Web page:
From there, head to the Asian Art Museum—the original Seattle Art Museum building—where you can browse the exhibits. First Thursdays are free to all, first Fridays free to seniors and first Saturdays free for families. Suggested admission is otherwise $9 for adults, $6 for seniors and military with ID, $5 for students with ID and teens and free for kids 12 and younger.
End the visit by climbing the 107 steps to the observation deck of the water tower. Built by the Water Department in 1906, the water tower sits at 520 feet and has views of the surrounding city as well as information about the Olmsted Brothers and the park.
There is a lot of stuff packed into Seattle Center, from attractions and art to food and performance halls.
Start a fast visit with a trip up the Space Needle. From the Observation Deck you’ll get a 360-degree view of the city, including Puget Sound and, if it’s a clear day, Mount Rainier. Take time to explore SkyPad, the giant digital wall that displays photography and history from the Needle.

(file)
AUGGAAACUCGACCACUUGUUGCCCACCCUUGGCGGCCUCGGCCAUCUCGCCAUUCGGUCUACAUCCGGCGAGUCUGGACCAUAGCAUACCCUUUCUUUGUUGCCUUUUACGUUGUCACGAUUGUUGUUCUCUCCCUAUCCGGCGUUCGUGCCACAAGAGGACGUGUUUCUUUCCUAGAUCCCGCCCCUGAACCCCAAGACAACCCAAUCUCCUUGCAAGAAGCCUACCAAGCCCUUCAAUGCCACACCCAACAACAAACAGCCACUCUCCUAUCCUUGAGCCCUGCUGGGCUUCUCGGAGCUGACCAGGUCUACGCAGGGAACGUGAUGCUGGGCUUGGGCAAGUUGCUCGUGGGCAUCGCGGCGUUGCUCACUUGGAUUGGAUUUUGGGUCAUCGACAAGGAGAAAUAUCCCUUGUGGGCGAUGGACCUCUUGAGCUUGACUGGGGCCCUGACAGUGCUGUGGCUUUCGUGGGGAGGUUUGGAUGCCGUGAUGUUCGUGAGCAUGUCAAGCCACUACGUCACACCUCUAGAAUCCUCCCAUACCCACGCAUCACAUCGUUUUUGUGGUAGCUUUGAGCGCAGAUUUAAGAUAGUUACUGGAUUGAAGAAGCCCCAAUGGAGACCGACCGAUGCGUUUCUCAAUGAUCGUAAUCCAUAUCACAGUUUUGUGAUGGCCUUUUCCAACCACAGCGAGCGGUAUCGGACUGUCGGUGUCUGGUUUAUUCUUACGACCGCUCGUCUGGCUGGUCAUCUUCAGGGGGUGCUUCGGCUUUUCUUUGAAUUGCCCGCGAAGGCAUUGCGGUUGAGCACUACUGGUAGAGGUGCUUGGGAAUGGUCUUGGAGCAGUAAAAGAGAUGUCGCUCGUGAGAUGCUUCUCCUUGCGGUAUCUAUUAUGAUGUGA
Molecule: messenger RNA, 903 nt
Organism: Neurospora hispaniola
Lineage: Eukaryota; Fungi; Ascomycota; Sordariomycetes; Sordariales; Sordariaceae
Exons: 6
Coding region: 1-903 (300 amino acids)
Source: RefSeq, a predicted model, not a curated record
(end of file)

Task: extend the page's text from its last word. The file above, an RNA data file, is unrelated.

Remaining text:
From there, head to the EMP Museum, which has a variety of pop culture exhibits—choose a favorite to walk through, as they have everything from music (Nirvana and Jimi Hendrix) to movies (science fiction, horror and fantasy). Pre-purchase tickets online to save on adult admission.
Two fun spots for families: The International Fountain has water displays set to music, and is a fun spot to chase the moving water on a hot day. Another great spot for kids is the Artists at Play playground, a relatively new addition that has places to climb, crawl and slide.
No children? Visit Chihuly Garden and Glass, the long-term exhibition space of local glass artist Dale Chihuly. The indoor and outdoor exhibits showcase the amazing glasswork he’s created throughout his career.
Pike Place Market
Make the most of your time at the market by going in the morning, if you’re able. On nice days, the market quickly fills with visitors and locals, making moving through the hallways and stairwells slower. The good news: there is so much to look at, strolling isn’t a problem.
Start by entering the market at Pike Street. You’ll see the historic clock sign, and Rachel the Pig will greet you. Behind her, find the famous fish throwers. Start exploring in this building, the Main Arcade. Find flower sellers, craftspeople and artists stretching both northwest toward Victor Steinbrueck Park. Return toward the market along Pike Place—between Virginia and Stewart streets find the first Starbucks. If you have time, feel free to wait for a drink, but if you’re in a hurry, snap a photo and continue exploring.